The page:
* Gary (or any other Ranger)...would you be willing to come into the store during one of our clinics to go over trail issues and etiquette? Over the past year we've had Stuebner and Dave Gordon and Jenny come in and talk about mountain biking and the Foothills. They've talked about trail etiquette (with Dave probably doing the best job). Maybe a more expanded talk during these clinics would be better. Heck...maybe a handout would be good too. I'd be willing to do it, but give me a list of talking points first. I'll also shoot Sylvia (our clinic coordinator) an email and bounce this idea around with her (I'm pretty sure she'll be receptive). And I can get a hold of Jenny and Stuebner and toss that idea around with 'em. Errr...not sure about Jenny though...she is in Cincy now working for P&G.
    Absolutely- that would be fun! David is also a R2R Ranger so you can kill 2 birds with 1 stone with him.

  16. #16
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    Schools in Session Kids

    Quote Originally Posted by flipnidaho
    the dog issue is a separate matter... owners should be able to control their dogs. If not, the dogs should be leashed.
    I'am completely aware of hierarchy - I practice it every time I ride.

    If Dave wants SingleTrack in the lower foothills it going to take a hugh educational effort - other posters here have pointed out inadequacies in the current effort.

    My suggestion is to Design and Designate a particular NEW trail as Singletrack. One that flows and that is directional.

    Do you consider Bucks as Single? If you do then Dave needs to put a sign at the top and bottom that says - Entering SingleTrack "ride it like you love it"

    Once riders begin to appreciate SingleTrack then they can start practicing riding single.

    In my opinion Rock Island is a mistake to try and keep it single.

    The reason being is that you have lines that people need to stop and assess how and if they can make it. This type of riding requires getting "off trail" to evaluate an obstacle.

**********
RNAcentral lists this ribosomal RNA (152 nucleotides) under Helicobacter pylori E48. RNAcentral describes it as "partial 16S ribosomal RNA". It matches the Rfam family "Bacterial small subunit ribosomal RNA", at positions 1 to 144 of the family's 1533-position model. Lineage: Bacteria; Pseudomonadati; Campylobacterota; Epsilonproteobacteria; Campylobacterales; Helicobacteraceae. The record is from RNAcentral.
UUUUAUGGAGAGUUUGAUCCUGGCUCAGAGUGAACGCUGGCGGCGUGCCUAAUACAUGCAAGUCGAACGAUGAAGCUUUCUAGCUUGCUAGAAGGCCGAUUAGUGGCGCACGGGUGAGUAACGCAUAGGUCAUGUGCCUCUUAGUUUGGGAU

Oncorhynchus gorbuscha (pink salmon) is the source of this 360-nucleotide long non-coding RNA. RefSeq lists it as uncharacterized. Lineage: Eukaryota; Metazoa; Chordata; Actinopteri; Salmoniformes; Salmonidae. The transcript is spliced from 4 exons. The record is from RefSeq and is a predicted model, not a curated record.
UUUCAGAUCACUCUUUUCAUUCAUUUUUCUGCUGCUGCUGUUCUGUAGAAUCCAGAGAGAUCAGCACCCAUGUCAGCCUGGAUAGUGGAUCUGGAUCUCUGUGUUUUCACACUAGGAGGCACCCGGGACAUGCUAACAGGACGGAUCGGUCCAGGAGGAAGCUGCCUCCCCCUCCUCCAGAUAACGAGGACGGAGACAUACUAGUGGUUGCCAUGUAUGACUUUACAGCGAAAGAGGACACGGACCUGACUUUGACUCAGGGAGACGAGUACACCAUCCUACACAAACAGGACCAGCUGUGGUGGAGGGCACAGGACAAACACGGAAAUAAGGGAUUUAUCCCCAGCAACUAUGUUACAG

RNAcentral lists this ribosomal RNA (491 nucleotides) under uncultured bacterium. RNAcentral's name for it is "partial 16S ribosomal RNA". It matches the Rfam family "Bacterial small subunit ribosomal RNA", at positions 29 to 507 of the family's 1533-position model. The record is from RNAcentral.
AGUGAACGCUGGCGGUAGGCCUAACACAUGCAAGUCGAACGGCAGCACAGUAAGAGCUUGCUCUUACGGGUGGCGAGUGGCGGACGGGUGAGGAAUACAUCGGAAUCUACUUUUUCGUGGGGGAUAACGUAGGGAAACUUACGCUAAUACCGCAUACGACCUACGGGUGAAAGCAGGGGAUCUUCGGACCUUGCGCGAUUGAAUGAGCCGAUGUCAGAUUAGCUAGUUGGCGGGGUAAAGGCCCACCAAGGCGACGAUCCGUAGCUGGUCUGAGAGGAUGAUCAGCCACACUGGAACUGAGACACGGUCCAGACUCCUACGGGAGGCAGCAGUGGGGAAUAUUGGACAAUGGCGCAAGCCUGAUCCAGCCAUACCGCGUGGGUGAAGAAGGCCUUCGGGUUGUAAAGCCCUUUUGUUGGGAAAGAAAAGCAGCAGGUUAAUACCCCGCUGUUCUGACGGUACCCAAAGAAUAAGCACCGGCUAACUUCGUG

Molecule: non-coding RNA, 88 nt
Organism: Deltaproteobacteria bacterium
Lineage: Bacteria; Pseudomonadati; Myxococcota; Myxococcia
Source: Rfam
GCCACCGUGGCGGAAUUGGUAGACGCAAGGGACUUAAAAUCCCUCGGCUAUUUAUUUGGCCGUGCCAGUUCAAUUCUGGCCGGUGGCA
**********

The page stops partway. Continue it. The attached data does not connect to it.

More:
Take a look at Fruita! When a rock section needs to be negotiated by a rider the trail is wide!

    Showing them a trail that deserves to be ridden single then you will start to change riding styles.

    P.S. I stop for dogs cause I love to see their smiling faces - cause you now their happy running around in the foothills, Wohoo.

  17. #17
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    i think we need to start with the hikers in the lower foothills as well. i'm out there every morning, at least 6 days a week. more and more frequently i'm coming across people who dont shift to single file when they pass me. this morning was a shining example of this crap- 3 ladies walking 3 abreast (couldnt pass that up!) and they did not file in to pass me. in some weak a$$ attempt the move over, one lady pulled her arm in behind her. umm. hello. thanks for sharing the trail. maybe there needs to be some trail etiquette info handed out to runners and hikers as well. the problem doesn't seem like its just bike related.
    i might be going to hell in a bucket, but at least i'm enjoying the ride

  18. #18
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    Dogs

    So what is the official stance on dogs. I know that pedestrians have the right away, but what about their dogs that don't move off trail. How many times have you passed a couple of people off the trail talking while their dog(s) are sitting on the trail? Many pedestrians are kind enough to move over for you, especially when climbing, but their dogs remain in the way. When you almost run them over, or they stop you in your tracks they just sit and laugh, "oh that silly Rover".

    I have also come across more and more pedestrians with MP3 players and they don't pay any attention to the trail. You can holler "on your Left" all you want and they don't move. It is only when you pass them and they get startled do they realize anything is going on outside of their ears.
    BoiseBoy